Enhancing episodic memory can be as simple as using your bulletin boards to post important information. You can also change the seating charts and the room arrangement for each unit. Sitting in the same place throughout the year can cause confusion; students may jumble the information because the location has been contaminated with many different ideas. Making the room as unique as possible will add to learning. Wearing costumes or hats helps this memory as well.
Procedural memories are sometimes called "muscle memories" because they refer to physical movements. You can address this type of memory by incorporating special procedures into your lessons. Some topics are more conducive to this than others, but you can invent procedures for most topics. For example, many textbooks and curriculums have physical movements attached to their strategies for learning a topic. Have you ever tried to tell someone how to tie a shoe without using your hands? Even having students get up and move while they are learning will have an impact on your lesson.
Music is a great way to contact automatic memory lanes. My students learn their helping verbs with songs that they create. Students can get together in small groups and invent lyrics about helping verbs to the tunes of simple, well-known melodies. Flash cards, quiz shows, and sentence completion tasks also assist in this memory.
Because specific chemicals are released in our brains after emotional experiences, these memories are stronger than others (LeDoux, 1996). Create emotional memories in your classroom with music, role play, debate, and your own enthusiasm. Whenever you can connect new learning to old memories in your students' brains, you may also be making an emotional connection. Neuroscientists have discovered that emotional memories are permanent; all they need is the right trigger (Davis, 1997).
I enjoy using music in the classroom for both automatic and emotional memories. "Moon River" brings back memories of my first boyfriend; I remember Steve from the original Beatles and Wally from the Supremes. Some of my students can remember The Outsiders from Elvis, The Giver from the theme from 2001: A Space Odyssey, and the Civil War from "Mission: Impossible."

Changing Lanes for Assessments

I had one of my greatest disappointments with my Greek mythology unit a few years ago. I had been gathering material and ideas for this unit since the 1970s. Teams of students created puppet shows, newspapers, skits, and posters. We laughed and compared the gods and goddesses with soap opera characters. I believed that the students were really learning. But when I gave the final test, the grades suggested the opposite. I was angry with my students for underperforming. What happened? I finally realized that I had taught the unit by using emotional, automatic, and episodic memory lanes, but I had assessed it in my traditional forced-choice format. I had used the semantic lane for assessment.
Could I have given my students this traditional test and received better results? Yes, if I had prepared them to change lanes. Practice tests or quizzes would have helped. I also could have formatted my test to aid their memory process.
A traditional paper-and-pencil test can assess memory from different lanes. Students can stimulate their automatic memory through sentence completion, matching words, or writing down whatever they can remember. For instance, if students learn a song to remember a formula, have them write it on the back of the test before they begin answering the questions. You can use it for extra credit or as part of their grade.
You can assess procedural memory by using questions that suggest steps in a procedure. Use such clues as "After we added the sodium, we then mixed x." Let students work through the procedure and then answer questions about it.
By being in the right place, students can trigger their episodic memories. I made the mistake of rearranging the room and changing my seating chart in the middle of a unit. The students acted as if they had never before seen the material, which I had to spend three days reteaching. Remember, too, that you are part of the invisible information. Don't have substitute teachers give exams.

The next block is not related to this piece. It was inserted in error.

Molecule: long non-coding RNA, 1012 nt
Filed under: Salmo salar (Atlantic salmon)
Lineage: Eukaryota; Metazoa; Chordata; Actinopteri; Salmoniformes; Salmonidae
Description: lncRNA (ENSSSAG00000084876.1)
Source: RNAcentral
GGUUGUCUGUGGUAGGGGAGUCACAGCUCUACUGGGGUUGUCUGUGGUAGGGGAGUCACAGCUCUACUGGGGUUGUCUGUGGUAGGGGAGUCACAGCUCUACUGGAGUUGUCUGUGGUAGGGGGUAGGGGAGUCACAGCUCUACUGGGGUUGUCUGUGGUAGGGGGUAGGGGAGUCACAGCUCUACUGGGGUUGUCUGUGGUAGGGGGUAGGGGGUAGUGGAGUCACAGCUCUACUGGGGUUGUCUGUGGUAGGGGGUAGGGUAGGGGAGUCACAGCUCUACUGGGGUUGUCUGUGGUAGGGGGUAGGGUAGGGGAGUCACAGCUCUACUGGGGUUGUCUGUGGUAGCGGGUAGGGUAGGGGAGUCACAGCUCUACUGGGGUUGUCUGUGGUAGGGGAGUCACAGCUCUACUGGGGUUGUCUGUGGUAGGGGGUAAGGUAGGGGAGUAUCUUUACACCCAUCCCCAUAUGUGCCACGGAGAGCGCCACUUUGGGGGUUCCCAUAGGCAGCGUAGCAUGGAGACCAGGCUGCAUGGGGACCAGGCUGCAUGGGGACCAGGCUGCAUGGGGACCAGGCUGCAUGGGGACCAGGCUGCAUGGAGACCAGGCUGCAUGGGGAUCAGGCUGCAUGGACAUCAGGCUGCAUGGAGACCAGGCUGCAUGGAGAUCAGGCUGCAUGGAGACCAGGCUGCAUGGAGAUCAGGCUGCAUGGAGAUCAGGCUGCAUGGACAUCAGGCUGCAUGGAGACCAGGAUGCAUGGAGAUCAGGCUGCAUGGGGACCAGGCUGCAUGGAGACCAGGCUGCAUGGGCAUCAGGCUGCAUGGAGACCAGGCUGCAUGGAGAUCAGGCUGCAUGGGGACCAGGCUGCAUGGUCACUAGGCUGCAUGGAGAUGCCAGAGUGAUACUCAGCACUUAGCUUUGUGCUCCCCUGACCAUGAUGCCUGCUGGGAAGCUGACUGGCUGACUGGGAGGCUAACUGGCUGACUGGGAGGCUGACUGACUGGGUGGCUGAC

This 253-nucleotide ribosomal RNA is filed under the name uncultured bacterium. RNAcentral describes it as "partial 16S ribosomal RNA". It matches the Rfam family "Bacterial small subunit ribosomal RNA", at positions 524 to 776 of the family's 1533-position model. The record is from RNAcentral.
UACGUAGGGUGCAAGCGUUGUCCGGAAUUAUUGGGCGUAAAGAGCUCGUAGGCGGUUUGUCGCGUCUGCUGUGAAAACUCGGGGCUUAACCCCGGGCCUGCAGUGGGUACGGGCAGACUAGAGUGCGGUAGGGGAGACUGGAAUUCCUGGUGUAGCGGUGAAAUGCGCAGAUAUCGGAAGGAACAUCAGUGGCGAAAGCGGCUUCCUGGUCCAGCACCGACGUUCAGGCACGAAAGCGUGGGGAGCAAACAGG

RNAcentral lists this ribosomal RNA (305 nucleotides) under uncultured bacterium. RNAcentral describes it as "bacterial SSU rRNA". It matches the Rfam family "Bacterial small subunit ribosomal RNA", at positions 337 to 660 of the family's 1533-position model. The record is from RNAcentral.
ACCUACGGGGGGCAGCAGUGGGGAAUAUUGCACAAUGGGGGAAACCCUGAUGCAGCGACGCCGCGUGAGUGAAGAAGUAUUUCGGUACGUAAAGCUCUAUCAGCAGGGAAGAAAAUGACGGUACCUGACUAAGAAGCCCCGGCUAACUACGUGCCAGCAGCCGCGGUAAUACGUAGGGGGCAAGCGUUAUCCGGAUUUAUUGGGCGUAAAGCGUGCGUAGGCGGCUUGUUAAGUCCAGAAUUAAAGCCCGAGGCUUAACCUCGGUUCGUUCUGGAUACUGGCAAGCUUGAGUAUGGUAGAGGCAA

If students have strong feelings about a topic, then they are sure to have emotional memories. Contact those memories on an assessment by using feeling words. Ask how a character, a famous person, or even the student feels about what happened. If you used music to access emotions, play that music before or during the test. Triggering those emotions will also activate other memory lanes.
The semantic memory lane is triggered through traditional assessment. However, if you used mnemonic devices to help students remember, let them use the devices on the test. For instance, when my students "mind map" a particular story or a chapter and use the map to study, I have them recreate the map on the back of the test. Then, they can use the map to find answers to the questions on the front. This triggers their memories and reenforces the mnemonic benefit.

Divergent Pathways

Some proponents of brain-compatible classrooms will insist that we use only authentic assessment with our students. I strongly believe in portfolios and assessment options for my students; I have many students who uncover their memories and their knowledge through role play, skits, radio shows, and oral presentations. Realistically, however, we do not always have time for pure authentic assessment. Parents also are used to and expect traditional assessment. Some students, too, excel on traditional tests and prefer them.
To meet the needs of all my students, I provide a variety of teaching styles and assessments. Understanding and assessing memory lanes give me tools to help students remember and learn—in as many ways as possible.

Davis, J. (1997). Mapping the mind: The secrets of the human brain and how it works. Secaucus, NJ: Carol Publishing Group.

Diamond, M., & Hopson, J. (1998). Magic trees of the mind. New York: Dutton.

Jensen, E. (1998). Teaching with the brain in mind. Alexandria, VA: ASCD.

LeDoux, J. (1996). The emotional brain. New York: Simon & Schuster.

Sylwester, R. (1995). A celebration of neurons. Alexandria, VA: ASCD.

Marilee Sprenger is an international educational consultant in the fields of social-emotional learning, literacy, vocabulary, and brain research. She was a classroom teacher for 25 years, mainly at the middle school level. In 1992, she trained and traveled with author and brain-based-learning educator Eric Jensen and discovered her love for the brain.

She has authored 13 books related to the brain, learning, and memory; written numerous articles; and developed DVDs, webinars, Quick Reference Guides, and online courses available through ASCD. Her keynote and workshop competence makes her a sought-after speaker for schools, districts, educational service centers, regional offices of education, and educational conferences. Sprenger is a member of the American Academy of Neurology.